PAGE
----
It is obvious in this picture that I am looking down on the room to show off the appliances and tops of the counters.

When you are really looking more directly at  room and the walls are slanted like the second photo, it is better to try and correct the angle.

With a few simple steps you can make the walls in a photo straighter.

Step by Step instructions:

While your photo is open and in the workspace of Photoshop Elements go to the top menu bar and click on “Image” > “Transform” > “Skew”

You might get a message asking if you wish to create a new layer. If so, select “Yes”

Now make sure that your image is small enough to see all of the corners of your image with additional space around all four sides. You can do this easily on your PC by clicking “Ctrl -” (the minus symbol) on your Mac it’s “Command -” (also the minus symbol).

Place your cursor on the corner you wish to move out – hold down the left mouse button and drag the corner out until your wall is mostly straight. Go to the opposite corner and drag that corner out to straighten the other side.

This image shows how far I dragged out the corners to straighten the walls in this particular image.

Once you are pleased with the results click on the Check Mark. Next you want to go to “Layer” > “Flatten Image” . The reason for this is make the file itself smaller and easier to save as a jpeg file.

Let me know if you have any comments or questions.

Using Visual Tour® to Create Virtual Tours – Made for REALTORS®

As a photographer I have been using Visual Tour® to create virtual tours for my clients. This program was developed for REALTORS® who do their own photography. It is easy to use and the results can be quite wonderful.

You can have as many as 50 images within the tour. You can do a combination of still shots and panoramics – all of which can move, if you so chose.

Visual Tour® requires that you use a digital camera. It’s best if you shoot with the highest resolution possible. When I started my business 5 years ago, I just had a high quality point and shoot camera. I have since moved up to an Olympus SLR (single lens reflex) which allows me to shot very high quality images. As I have moved up with the quality of my equipment Visual Tour® has been upgrading their viewers and I think it’s one of the best interfaces for viewing tours on the web.

I generally do panoramic shots that are more of a 180° shot instead of the 360° shots that many of the tour companies do because I find that the room is not as visually distorted when viewing. In doing those pan shots I have trained myself to shot with the camera vertically by hand instead of horizontally on a tripod. I always shot each panoramic twice, just in case some of the walls, counters, etc. don’t quite line up when the images are stitched together.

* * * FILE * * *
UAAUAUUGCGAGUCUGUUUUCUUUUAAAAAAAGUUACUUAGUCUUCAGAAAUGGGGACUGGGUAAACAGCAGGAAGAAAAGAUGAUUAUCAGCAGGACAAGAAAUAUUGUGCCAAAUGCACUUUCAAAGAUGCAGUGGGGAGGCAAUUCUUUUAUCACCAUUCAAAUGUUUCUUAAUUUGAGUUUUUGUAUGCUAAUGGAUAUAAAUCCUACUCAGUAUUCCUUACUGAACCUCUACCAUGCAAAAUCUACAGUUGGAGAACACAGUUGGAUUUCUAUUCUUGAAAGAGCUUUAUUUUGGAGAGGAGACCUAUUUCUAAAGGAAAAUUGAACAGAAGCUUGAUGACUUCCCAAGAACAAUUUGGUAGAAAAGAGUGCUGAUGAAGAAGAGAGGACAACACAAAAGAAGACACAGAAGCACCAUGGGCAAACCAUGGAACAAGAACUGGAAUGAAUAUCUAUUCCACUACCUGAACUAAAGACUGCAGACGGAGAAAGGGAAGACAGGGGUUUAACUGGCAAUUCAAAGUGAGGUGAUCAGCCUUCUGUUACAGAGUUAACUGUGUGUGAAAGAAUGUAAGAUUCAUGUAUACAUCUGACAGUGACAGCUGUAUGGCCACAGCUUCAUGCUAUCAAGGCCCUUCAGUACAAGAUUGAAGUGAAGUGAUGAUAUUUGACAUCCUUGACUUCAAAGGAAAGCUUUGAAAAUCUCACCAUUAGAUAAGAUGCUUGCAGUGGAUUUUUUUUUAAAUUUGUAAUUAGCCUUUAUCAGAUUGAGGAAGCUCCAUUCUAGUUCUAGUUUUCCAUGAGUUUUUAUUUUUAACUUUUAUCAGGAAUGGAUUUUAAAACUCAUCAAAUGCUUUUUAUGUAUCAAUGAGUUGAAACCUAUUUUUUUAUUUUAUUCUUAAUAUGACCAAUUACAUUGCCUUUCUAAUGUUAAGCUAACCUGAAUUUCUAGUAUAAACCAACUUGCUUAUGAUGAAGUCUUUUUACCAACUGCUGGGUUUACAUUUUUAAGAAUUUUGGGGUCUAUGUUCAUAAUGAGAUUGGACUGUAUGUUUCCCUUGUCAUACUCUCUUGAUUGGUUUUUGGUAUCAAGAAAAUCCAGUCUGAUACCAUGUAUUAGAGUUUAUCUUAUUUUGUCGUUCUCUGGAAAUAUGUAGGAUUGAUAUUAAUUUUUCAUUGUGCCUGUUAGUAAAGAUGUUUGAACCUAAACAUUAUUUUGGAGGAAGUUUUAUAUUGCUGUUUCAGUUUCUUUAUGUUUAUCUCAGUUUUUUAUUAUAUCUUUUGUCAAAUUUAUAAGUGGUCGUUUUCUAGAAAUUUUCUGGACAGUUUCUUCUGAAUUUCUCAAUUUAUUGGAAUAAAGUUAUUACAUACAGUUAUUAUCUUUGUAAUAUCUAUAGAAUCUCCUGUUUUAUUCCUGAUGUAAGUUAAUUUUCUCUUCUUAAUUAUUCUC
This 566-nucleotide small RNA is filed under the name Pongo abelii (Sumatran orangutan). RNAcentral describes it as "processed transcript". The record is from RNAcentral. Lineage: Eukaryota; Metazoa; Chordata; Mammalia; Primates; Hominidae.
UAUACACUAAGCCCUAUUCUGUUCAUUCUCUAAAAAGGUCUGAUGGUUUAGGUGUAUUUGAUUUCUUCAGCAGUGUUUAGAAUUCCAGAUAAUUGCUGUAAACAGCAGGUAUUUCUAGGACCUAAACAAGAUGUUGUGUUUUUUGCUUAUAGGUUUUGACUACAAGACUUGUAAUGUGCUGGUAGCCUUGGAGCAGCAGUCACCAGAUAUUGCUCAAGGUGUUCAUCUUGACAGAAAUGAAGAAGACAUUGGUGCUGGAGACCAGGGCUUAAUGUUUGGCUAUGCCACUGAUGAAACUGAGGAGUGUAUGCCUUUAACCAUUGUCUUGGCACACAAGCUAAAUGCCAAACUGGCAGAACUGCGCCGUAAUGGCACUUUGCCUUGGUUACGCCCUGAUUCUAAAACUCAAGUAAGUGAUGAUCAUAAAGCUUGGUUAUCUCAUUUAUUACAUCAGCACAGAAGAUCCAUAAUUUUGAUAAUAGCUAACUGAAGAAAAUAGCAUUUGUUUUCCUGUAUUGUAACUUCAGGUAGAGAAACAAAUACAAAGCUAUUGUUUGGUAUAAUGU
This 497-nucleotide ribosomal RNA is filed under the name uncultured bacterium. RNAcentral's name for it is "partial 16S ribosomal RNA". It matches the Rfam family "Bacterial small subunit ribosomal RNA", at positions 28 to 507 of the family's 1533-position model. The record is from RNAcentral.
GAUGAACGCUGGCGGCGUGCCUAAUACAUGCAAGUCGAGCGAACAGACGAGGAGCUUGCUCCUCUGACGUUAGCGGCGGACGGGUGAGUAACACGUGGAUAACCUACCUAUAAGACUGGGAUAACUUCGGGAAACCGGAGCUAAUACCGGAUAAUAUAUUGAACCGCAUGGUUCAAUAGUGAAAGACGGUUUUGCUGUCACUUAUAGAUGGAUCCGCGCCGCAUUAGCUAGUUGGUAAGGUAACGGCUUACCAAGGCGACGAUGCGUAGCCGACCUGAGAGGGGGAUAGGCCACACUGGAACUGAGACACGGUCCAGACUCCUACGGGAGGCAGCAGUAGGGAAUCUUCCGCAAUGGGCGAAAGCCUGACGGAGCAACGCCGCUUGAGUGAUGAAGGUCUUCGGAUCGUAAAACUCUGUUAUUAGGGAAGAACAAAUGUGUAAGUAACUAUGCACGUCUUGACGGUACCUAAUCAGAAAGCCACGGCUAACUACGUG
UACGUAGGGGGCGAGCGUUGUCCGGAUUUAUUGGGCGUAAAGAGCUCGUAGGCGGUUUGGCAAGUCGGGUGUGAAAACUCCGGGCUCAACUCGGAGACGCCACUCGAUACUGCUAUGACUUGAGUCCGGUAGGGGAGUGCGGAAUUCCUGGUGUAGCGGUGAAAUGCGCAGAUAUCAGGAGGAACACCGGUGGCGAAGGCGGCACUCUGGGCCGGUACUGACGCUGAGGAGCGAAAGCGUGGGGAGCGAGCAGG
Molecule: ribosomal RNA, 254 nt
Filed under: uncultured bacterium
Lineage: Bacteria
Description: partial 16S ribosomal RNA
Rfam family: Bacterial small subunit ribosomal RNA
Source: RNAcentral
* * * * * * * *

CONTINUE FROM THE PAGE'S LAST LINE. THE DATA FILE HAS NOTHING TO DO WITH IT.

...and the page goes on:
Here is a recent tour for you to check out:

I will plan on talking about some tips and tricks I have learned doing virtual tours using Visual Tour® in this blog in the future. If you have particular questions or comments. Please comment above.

Photo Tips – Realtor.com Has a Cool New App for the iPhone

There is now a really cool application for the iPhone from Realtor.com. It’s free for everyone.

You can keep track easily of the homes for sale in your neighborhood. Or if you are driving around and you really like a particular neighborhood the gps in your phone will help to locate all the houses for sale by REALTORS® in that area.

The results will let you know how many photos are there to view on each home.

F.Y.I – – – Here is something most people don’t know. If the REALTOR® has an enhanced listing with Realtor.com, known as a showcase listing – that REALTOR® can put up to 25 images into the listing on realtor.com. If they don’t have that enhanced listing, only 4 photos (even if the REALTOR® puts the maximum number of photos  into their local mls) will show up on Realtor.com.

You can refine the searchs, if you are looking for particular criteria on a home – Price, size, number of bedrooms, etc. You can also save your searches.

So, right there on the spot you can view photos of the home. This can come in really handy if there are no flyers out front.

The features of the home are listed as well as the listing agent’s contact information.

You can also see where the homes are located on the map.

I have only been playing with this application for a week, so have not fully discovered all aspects of the application. But, from what I have learned – it’s not only a cool app, but could really come in handy.

So, this is just another good reason, if you are a REALTOR® to have the best photos possible on the internet.

You can find the application either on the front page of Realtor.com or from the iTunes Apps Store – search for “Realtor.com”